US allies continue buying weapons from Russia

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Moscow

Many US allies have in the recent past purchased weapons from Russia, which is the second-large arms exporter in the world.
Russia has sold its weapons to 166 of the 190 UN-member countries, according to the Rosoboronexport, the only authorised exporter of Russian arms.
The principal buyers of Russian weapons are India, Vietnam, China and Bangladesh in Asia; Iran and Iraq in the Middle East; Algeria in Africa and Nicaragua in Latin America while a number of NATO countries and the US allies also have acquired Russian military products.
Currently, Russia has ties in the military and technical domain with France, Greece, Bulgaria and Slovakia, the members of NATO’s Partnership for Peace program Finlandia, US allies South Korea, the United Arab Emirates (UAE), Kuwait, Jordan, and Saudi Arabia.
Vietnam places orders for Russian weapons worth over $1 billion
Russian-French military and technical cooperation is based on an intergovernmental agreement, signed in 1994, which lets the two countries coordinate efforts in aviation and space industry, small armaments, armoured vehicles, artillery production and shipbuilding.
Greece is one of the biggest buyers of Russian arms. At various times, Russia supplied Greece with air-defence systems, including the S-300 systems, air-cushion landing ships, anti-tank missile systems, infantry fighting vehicles, hand-held anti-tank grenade launchers, artillery installations, military transport helicopters Mi-26, as well as small arms for special forces.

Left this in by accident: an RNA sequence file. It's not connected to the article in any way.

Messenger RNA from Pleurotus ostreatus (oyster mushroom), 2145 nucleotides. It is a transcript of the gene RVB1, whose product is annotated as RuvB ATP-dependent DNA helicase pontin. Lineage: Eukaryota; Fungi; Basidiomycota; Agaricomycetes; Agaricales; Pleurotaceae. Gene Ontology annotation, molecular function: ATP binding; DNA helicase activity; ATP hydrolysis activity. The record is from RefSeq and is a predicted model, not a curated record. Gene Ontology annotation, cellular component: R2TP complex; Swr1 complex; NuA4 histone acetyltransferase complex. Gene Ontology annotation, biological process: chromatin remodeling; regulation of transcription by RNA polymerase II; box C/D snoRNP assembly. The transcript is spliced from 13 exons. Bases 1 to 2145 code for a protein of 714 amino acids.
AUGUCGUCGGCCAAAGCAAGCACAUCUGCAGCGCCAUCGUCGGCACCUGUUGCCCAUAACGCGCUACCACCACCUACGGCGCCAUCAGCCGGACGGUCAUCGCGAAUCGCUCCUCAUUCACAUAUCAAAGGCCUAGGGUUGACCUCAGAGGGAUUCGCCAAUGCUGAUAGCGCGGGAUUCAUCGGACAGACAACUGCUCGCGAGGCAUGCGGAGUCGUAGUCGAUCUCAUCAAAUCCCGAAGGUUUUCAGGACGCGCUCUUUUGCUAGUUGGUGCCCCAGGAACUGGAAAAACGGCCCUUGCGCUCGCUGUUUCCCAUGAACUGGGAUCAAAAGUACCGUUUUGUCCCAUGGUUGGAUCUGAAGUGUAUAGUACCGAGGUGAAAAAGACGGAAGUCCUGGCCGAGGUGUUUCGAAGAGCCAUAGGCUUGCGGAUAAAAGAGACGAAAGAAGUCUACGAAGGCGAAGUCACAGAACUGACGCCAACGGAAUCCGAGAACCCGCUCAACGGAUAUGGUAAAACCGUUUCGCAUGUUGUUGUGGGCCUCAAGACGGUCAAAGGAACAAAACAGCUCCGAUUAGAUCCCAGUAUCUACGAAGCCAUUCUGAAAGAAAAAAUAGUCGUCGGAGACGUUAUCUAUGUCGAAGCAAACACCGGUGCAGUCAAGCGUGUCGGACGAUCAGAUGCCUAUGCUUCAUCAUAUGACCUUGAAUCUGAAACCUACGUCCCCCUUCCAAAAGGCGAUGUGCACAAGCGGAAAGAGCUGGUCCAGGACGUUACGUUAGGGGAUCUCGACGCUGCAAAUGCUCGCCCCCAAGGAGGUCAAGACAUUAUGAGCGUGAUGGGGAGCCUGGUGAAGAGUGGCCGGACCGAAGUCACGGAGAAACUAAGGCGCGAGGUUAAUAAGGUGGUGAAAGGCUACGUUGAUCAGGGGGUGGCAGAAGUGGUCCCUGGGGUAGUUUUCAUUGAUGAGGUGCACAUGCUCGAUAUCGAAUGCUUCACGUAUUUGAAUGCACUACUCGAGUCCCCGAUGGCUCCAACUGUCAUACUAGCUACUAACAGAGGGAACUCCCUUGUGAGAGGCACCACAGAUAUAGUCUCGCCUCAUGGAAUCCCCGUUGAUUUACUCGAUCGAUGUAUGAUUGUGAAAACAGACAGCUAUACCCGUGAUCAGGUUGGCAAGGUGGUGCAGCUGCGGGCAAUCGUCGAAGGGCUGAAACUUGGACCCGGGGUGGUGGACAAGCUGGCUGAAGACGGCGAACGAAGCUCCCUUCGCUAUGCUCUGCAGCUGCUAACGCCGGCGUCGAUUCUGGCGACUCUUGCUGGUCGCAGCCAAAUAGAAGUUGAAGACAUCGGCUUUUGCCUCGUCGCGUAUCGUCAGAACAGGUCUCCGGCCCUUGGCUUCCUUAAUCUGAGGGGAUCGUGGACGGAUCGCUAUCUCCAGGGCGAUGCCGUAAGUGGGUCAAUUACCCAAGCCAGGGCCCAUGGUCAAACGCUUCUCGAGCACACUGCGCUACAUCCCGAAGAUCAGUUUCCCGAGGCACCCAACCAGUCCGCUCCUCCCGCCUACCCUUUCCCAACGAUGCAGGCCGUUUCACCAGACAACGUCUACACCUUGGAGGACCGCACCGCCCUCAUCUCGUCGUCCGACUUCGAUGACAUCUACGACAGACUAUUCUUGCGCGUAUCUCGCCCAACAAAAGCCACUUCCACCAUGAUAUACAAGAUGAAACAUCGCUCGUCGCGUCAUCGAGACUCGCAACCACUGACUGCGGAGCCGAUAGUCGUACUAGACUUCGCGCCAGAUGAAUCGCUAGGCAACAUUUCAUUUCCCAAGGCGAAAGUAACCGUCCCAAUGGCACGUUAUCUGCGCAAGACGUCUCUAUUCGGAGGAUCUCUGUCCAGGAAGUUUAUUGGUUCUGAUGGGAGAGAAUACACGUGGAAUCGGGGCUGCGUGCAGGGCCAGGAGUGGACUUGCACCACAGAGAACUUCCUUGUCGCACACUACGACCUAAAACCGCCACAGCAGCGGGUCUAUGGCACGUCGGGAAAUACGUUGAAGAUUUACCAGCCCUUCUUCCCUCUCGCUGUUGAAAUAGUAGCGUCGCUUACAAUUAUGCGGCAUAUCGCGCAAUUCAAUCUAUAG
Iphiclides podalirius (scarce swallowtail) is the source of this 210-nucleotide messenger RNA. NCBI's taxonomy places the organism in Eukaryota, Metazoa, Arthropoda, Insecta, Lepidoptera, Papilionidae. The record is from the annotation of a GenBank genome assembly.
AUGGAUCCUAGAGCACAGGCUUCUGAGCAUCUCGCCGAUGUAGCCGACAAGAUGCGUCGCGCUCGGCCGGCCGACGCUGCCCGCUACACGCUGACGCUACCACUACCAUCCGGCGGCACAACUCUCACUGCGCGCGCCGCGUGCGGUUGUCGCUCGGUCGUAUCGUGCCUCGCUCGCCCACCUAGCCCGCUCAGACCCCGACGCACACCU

Currently, the Rosoboronexport considers the modernisation of Soviet- and Russian-made equipment as “one of the promising directions” for the further development of Russian-Greek relations in the field of military-technical cooperation.
Russian cooperation with Bulgaria and Slovakia is dominated by the maintenance and modernisation of military equipment. For instance, Moscow and Sofia signed a contract for Mi-family helicopters modernisation and with Slovakia — for upgrading MiG-29 fighter jets.
The peak of Russian-Finnish military cooperation was in 1991-1996, a significant number of weapons and military equipment was then delivered, including infantry fighting vehicles BMP-2, self-propelled artillery 2S5 “Hyacinth-C”, three divisions of air defence systems “Buk-M1”. 7.62 mm Kalashnikov machine guns are basic weapons in the Finnish army.
Russia and South Korea sealed a memorandum of understanding on military and technical cooperation in December 2007. This was preceded by 10 years of cooperation when Russia had been delivering to South Korea T-80 tanks, armoured vehicles BMP-3 and Ka-32 helicopters.
Jordan was abundantly supplied with Russian weapons in the Soviet era, and the tradition continued in recent years. The two countries signed several contracts, the most significant of which is the development and production of RPG-32 “Nashshab” grenade launchers. Russia is also upgrading air defence systems, previously supplied to Jordan.

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